How to Protect Yourself Against Identity Theft

by Darren Cason

It is quite likely that either yourself or an acquaintance has been the victim of a criminal phenomenon known as identity theft. Conservative estimates by the Federal Trade Commission quote figures of around 9 million Americans who each year have their identities stolen. It can be in many different guises. Perhaps your identity is used by a thief to rent an apartment, or to start up a telephone account. Some will establish a credit card in your name. By the time that you make the discovery, usually after receiving a credit card statement or the like, thousands of dollars may have gone astray. You may begin to question your sanity when you notice charges on the statement and can’t recall making them and when the debt collector calls, you begin to panic. The purpose of this article is to provide you with some guidance in preventing identity theft from ever occurring.

Step #1: Carefully read over and check every one of your monthly bills. It may be that the thief begins his campaign in a small way, to test whether or not you notice. If you are able to report the false charge as soon as you discover it, your financial institution will place a block to prevent further illegal transactions. If you fail to notice the small charges, though, after just a few months the thief will become more confident and may even spend thousands of your money illegally. It then becomes much more difficult to to get rid of them.

Step #2: Be sure to shred any information that may provide a thief with personal details. It is all too easy for people to simply throw out old bills that often contain their personal details. Believe it or not, there are people out there who are low enough to make a very profitable career from “dumpster diving” – searching through other people’s rubbish to get the information they need to steal another person’s identity. Piece by piece, they obtain enough information to use your identity for their gain. Be sure to shred any “checks” – you know, the ones that come with the credit card statement – thieves love them. They are also notoriously high in interest rates should you choose to use them.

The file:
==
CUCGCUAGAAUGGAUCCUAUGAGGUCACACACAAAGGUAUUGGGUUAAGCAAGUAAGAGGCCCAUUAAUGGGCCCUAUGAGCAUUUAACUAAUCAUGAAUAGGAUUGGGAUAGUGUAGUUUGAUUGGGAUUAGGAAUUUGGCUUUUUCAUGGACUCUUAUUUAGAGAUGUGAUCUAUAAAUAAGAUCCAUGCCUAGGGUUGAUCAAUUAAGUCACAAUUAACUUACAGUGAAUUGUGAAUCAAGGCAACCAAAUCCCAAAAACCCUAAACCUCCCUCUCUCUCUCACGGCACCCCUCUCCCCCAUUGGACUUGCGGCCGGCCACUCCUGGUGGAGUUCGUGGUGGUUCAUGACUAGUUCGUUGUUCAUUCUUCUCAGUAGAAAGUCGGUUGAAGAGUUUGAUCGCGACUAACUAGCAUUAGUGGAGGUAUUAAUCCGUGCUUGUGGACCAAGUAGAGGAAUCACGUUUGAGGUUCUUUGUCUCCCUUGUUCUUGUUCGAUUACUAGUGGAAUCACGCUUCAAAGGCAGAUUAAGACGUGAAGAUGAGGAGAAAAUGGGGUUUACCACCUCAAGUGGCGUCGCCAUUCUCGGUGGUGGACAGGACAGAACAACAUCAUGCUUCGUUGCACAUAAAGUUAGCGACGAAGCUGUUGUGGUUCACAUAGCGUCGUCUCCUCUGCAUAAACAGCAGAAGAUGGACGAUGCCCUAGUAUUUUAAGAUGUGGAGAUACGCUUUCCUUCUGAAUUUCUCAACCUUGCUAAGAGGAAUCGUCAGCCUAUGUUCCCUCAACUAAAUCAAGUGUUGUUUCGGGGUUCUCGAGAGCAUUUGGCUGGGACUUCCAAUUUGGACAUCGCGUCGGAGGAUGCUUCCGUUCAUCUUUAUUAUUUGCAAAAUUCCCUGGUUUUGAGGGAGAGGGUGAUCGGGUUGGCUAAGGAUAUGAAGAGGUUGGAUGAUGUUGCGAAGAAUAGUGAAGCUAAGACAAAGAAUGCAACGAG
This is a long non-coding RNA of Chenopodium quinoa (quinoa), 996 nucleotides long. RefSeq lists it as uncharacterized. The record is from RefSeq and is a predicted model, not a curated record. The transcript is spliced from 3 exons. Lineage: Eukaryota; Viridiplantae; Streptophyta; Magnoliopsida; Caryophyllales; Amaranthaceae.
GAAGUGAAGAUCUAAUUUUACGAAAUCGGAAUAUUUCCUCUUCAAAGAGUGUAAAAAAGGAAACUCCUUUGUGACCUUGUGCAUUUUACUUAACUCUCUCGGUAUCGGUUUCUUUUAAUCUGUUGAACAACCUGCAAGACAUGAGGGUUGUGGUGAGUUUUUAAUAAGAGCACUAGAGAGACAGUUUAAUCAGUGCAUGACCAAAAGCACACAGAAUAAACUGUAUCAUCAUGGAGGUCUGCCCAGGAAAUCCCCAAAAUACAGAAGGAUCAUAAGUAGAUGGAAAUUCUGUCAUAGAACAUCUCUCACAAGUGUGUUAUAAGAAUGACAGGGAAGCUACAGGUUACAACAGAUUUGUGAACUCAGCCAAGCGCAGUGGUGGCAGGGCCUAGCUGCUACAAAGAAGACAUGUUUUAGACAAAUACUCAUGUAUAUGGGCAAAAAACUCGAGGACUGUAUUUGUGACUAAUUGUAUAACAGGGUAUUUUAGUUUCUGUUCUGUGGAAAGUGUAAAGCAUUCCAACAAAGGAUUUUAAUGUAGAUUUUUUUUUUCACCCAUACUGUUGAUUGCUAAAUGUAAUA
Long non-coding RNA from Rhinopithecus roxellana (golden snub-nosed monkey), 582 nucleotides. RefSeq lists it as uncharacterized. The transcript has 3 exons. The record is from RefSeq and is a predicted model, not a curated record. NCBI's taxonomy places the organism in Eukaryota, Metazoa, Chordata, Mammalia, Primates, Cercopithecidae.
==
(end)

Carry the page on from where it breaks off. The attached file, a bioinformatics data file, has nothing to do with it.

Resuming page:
Step #3: As you religiously monitor your monthly credit card rewards or points, you must also obtain your credit report annually – it is free, so take advantage of it as it will not only assist you in identifying any false or illegal use of your credit, such as an account at Chase flexible rewards programs set up in your name by an identity thief, but it will also help you keep track of any anomalies in the report that required deletion. It is easy to track the points you earned from Chase flexible rewards program. Likewise, a convenient way to obtain these reports is to visit annualcreditreport.com and request a copy from each of the three major credit bureaus.

Step #4: Ensure that all your personal identifying information is held in a secure place. Don’t carry important things such as your social security card in your wallet – if you lose it and it is picked up by an opportunistic thief, they will have a field day. All the information they will need to steal your identity is right there for them.

Identity theft is a serious problem and it is on the rise. Many people are forced to spend hundreds of dollars to rectify a situation where their reputation has been compromised. If you choose to follow the above steps you are well on the way to protecting yourself from this insidious problem.

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